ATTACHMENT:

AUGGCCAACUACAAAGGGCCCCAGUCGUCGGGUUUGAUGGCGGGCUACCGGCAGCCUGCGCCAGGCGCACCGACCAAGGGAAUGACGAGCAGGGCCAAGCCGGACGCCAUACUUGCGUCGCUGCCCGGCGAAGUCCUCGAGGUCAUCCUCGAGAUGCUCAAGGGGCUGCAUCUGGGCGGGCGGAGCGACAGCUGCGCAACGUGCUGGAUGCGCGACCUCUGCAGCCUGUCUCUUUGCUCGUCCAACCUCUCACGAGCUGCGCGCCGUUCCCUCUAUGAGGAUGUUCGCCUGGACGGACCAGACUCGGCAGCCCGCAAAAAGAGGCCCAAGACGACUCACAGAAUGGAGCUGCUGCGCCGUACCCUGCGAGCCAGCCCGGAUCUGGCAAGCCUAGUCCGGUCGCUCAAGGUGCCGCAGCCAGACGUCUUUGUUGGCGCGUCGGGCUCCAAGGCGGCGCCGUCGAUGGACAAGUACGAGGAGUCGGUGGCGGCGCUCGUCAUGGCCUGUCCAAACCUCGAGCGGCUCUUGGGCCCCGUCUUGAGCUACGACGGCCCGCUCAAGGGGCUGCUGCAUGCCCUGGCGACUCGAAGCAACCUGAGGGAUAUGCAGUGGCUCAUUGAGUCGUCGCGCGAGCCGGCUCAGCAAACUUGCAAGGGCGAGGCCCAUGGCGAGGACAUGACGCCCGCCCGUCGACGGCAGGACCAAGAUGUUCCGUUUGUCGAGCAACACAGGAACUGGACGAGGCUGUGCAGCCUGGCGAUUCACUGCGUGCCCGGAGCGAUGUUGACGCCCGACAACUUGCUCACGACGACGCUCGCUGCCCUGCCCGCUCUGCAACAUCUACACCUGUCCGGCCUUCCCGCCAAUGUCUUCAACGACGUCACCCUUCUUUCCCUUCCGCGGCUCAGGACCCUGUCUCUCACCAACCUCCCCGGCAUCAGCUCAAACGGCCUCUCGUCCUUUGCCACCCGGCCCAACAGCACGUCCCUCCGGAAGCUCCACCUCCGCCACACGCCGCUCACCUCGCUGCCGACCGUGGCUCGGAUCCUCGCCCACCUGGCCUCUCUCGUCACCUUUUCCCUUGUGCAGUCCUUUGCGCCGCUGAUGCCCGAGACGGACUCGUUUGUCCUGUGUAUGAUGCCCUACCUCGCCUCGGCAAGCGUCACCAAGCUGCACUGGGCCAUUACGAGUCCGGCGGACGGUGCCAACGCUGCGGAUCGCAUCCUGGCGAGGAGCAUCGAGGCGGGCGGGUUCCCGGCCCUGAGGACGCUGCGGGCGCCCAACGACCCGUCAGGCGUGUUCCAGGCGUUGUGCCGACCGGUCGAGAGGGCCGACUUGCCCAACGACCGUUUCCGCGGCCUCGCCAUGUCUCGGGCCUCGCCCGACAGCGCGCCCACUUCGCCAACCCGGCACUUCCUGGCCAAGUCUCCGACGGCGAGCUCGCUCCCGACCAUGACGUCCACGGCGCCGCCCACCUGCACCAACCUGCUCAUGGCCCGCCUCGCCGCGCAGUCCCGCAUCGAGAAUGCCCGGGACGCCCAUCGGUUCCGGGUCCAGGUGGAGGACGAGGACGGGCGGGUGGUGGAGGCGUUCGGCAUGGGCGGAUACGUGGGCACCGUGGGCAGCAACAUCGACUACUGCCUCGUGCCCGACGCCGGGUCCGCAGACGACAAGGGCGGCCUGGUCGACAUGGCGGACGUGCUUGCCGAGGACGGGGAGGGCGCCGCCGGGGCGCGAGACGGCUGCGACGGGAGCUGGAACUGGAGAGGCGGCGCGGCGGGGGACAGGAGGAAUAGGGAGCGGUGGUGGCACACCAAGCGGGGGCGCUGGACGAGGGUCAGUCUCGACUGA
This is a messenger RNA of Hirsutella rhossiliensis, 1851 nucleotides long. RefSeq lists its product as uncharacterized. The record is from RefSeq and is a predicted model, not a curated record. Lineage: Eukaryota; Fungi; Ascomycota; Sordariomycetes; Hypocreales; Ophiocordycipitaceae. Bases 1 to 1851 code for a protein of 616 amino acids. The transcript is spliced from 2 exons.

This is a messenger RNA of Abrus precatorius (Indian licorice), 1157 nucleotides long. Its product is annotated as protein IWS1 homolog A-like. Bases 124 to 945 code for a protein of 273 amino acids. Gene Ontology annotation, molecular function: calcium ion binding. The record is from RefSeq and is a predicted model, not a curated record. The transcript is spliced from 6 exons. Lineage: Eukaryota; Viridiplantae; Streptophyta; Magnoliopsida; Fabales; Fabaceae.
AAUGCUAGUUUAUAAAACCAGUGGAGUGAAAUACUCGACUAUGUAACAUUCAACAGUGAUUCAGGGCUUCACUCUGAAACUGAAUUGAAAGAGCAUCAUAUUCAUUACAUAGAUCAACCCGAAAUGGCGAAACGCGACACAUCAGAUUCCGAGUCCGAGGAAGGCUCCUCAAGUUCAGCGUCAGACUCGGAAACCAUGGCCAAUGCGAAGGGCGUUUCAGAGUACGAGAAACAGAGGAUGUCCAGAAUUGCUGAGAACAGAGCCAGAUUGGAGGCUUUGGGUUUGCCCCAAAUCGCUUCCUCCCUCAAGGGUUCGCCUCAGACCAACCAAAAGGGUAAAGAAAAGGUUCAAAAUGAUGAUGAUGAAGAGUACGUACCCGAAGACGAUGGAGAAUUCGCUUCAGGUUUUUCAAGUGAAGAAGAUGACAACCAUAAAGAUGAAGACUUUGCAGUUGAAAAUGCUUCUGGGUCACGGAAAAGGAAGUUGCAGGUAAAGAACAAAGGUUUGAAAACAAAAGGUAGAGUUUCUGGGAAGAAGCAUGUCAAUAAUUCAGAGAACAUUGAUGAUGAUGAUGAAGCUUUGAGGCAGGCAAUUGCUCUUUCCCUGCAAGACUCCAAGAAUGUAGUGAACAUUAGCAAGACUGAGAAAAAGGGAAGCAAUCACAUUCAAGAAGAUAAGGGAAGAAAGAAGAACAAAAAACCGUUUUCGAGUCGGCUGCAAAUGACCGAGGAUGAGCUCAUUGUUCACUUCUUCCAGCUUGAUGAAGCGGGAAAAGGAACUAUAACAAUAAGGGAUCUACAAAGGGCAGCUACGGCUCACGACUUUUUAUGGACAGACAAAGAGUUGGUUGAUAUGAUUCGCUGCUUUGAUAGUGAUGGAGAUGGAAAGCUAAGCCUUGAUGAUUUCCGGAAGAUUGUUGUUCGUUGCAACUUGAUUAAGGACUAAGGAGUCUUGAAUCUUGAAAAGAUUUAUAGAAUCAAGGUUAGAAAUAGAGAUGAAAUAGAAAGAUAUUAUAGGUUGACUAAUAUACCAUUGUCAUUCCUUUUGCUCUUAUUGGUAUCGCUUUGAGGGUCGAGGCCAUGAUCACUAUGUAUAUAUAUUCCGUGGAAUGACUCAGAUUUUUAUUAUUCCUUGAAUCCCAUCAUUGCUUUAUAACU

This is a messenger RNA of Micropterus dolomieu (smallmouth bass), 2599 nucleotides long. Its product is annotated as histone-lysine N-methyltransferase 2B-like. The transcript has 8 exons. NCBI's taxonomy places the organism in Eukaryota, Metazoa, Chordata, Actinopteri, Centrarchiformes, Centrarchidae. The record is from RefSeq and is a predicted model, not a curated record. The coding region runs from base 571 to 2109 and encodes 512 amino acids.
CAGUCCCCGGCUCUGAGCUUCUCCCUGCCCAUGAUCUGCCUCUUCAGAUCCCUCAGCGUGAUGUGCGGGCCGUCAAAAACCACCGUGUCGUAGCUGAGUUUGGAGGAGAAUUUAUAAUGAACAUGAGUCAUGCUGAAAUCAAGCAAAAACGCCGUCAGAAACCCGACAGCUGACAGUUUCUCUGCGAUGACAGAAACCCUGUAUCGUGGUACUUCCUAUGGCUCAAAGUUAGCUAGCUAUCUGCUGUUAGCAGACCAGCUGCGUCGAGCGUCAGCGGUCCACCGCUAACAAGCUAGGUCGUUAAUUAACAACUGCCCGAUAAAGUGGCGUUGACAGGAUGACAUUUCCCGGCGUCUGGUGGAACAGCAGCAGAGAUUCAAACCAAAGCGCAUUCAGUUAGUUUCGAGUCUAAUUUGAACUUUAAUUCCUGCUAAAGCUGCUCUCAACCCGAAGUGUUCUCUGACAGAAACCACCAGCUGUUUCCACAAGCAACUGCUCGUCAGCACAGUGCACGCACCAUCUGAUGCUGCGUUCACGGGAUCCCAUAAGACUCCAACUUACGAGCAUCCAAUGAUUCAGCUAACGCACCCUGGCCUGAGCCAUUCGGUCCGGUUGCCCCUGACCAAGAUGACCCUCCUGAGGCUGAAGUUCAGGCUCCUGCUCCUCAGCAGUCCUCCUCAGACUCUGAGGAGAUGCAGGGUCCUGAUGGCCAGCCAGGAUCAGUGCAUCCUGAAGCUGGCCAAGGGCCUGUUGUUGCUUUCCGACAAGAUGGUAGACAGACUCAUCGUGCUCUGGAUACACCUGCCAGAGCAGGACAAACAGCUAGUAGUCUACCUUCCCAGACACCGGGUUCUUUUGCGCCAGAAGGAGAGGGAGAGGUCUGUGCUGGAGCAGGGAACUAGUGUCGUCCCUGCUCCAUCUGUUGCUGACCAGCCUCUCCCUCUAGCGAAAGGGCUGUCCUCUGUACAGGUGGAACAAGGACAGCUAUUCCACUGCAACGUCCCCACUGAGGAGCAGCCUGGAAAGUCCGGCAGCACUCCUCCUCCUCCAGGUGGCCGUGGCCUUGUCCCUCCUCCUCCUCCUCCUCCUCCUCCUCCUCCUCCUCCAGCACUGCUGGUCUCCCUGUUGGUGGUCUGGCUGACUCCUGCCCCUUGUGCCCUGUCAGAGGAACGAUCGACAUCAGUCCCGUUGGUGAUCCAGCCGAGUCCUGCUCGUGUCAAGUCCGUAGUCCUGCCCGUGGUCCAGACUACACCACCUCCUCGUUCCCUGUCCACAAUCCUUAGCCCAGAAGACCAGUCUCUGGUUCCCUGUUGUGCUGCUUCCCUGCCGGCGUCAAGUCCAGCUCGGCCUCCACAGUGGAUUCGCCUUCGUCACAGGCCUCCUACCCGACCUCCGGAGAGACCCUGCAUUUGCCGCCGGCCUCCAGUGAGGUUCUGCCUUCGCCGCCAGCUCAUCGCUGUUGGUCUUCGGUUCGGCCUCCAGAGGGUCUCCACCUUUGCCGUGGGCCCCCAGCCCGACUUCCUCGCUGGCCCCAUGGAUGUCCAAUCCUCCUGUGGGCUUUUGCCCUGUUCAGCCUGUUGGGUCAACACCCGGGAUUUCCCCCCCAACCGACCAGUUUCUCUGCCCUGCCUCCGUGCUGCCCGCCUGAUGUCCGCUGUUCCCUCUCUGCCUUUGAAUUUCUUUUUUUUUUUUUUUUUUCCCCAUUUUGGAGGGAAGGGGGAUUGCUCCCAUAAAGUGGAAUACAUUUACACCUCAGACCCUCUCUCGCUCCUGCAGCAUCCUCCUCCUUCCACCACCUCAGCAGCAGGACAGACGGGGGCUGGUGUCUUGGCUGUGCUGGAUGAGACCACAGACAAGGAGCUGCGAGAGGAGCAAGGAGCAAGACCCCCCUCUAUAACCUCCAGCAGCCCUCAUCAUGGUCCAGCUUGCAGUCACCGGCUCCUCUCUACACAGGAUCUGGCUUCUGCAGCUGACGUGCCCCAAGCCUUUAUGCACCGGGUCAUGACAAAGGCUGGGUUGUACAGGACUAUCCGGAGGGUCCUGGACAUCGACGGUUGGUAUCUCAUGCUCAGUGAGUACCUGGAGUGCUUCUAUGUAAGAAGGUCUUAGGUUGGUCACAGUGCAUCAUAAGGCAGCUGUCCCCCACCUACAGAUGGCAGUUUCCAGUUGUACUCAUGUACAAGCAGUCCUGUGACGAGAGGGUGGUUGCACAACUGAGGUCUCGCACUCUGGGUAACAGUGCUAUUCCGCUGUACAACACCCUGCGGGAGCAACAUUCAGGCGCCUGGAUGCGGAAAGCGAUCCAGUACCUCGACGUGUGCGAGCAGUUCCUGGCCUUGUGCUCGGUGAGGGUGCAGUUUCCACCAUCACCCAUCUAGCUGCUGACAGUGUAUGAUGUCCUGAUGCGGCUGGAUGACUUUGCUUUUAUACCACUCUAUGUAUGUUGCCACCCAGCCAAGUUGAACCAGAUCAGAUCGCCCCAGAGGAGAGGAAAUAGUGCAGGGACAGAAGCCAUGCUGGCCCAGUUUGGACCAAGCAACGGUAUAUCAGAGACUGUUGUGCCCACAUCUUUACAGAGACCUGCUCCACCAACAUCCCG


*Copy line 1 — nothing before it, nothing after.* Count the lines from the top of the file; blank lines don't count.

AUGGCCAACUACAAAGGGCCCCAGUCGUCGGGUUUGAUGGCGGGCUACCGGCAGCCUGCGCCAGGCGCACCGACCAAGGGAAUGACGAGCAGGGCCAAGCCGGACGCCAUACUUGCGUCGCUGCCCGGCGAAGUCCUCGAGGUCAUCCUCGAGAUGCUCAAGGGGCUGCAUCUGGGCGGGCGGAGCGACAGCUGCGCAACGUGCUGGAUGCGCGACCUCUGCAGCCUGUCUCUUUGCUCGUCCAACCUCUCACGAGCUGCGCGCCGUUCCCUCUAUGAGGAUGUUCGCCUGGACGGACCAGACUCGGCAGCCCGCAAAAAGAGGCCCAAGACGACUCACAGAAUGGAGCUGCUGCGCCGUACCCUGCGAGCCAGCCCGGAUCUGGCAAGCCUAGUCCGGUCGCUCAAGGUGCCGCAGCCAGACGUCUUUGUUGGCGCGUCGGGCUCCAAGGCGGCGCCGUCGAUGGACAAGUACGAGGAGUCGGUGGCGGCGCUCGUCAUGGCCUGUCCAAACCUCGAGCGGCUCUUGGGCCCCGUCUUGAGCUACGACGGCCCGCUCAAGGGGCUGCUGCAUGCCCUGGCGACUCGAAGCAACCUGAGGGAUAUGCAGUGGCUCAUUGAGUCGUCGCGCGAGCCGGCUCAGCAAACUUGCAAGGGCGAGGCCCAUGGCGAGGACAUGACGCCCGCCCGUCGACGGCAGGACCAAGAUGUUCCGUUUGUCGAGCAACACAGGAACUGGACGAGGCUGUGCAGCCUGGCGAUUCACUGCGUGCCCGGAGCGAUGUUGACGCCCGACAACUUGCUCACGACGACGCUCGCUGCCCUGCCCGCUCUGCAACAUCUACACCUGUCCGGCCUUCCCGCCAAUGUCUUCAACGACGUCACCCUUCUUUCCCUUCCGCGGCUCAGGACCCUGUCUCUCACCAACCUCCCCGGCAUCAGCUCAAACGGCCUCUCGUCCUUUGCCACCCGGCCCAACAGCACGUCCCUCCGGAAGCUCCACCUCCGCCACACGCCGCUCACCUCGCUGCCGACCGUGGCUCGGAUCCUCGCCCACCUGGCCUCUCUCGUCACCUUUUCCCUUGUGCAGUCCUUUGCGCCGCUGAUGCCCGAGACGGACUCGUUUGUCCUGUGUAUGAUGCCCUACCUCGCCUCGGCAAGCGUCACCAAGCUGCACUGGGCCAUUACGAGUCCGGCGGACGGUGCCAACGCUGCGGAUCGCAUCCUGGCGAGGAGCAUCGAGGCGGGCGGGUUCCCGGCCCUGAGGACGCUGCGGGCGCCCAACGACCCGUCAGGCGUGUUCCAGGCGUUGUGCCGACCGGUCGAGAGGGCCGACUUGCCCAACGACCGUUUCCGCGGCCUCGCCAUGUCUCGGGCCUCGCCCGACAGCGCGCCCACUUCGCCAACCCGGCACUUCCUGGCCAAGUCUCCGACGGCGAGCUCGCUCCCGACCAUGACGUCCACGGCGCCGCCCACCUGCACCAACCUGCUCAUGGCCCGCCUCGCCGCGCAGUCCCGCAUCGAGAAUGCCCGGGACGCCCAUCGGUUCCGGGUCCAGGUGGAGGACGAGGACGGGCGGGUGGUGGAGGCGUUCGGCAUGGGCGGAUACGUGGGCACCGUGGGCAGCAACAUCGACUACUGCCUCGUGCCCGACGCCGGGUCCGCAGACGACAAGGGCGGCCUGGUCGACAUGGCGGACGUGCUUGCCGAGGACGGGGAGGGCGCCGCCGGGGCGCGAGACGGCUGCGACGGGAGCUGGAACUGGAGAGGCGGCGCGGCGGGGGACAGGAGGAAUAGGGAGCGGUGGUGGCACACCAAGCGGGGGCGCUGGACGAGGGUCAGUCUCGACUGA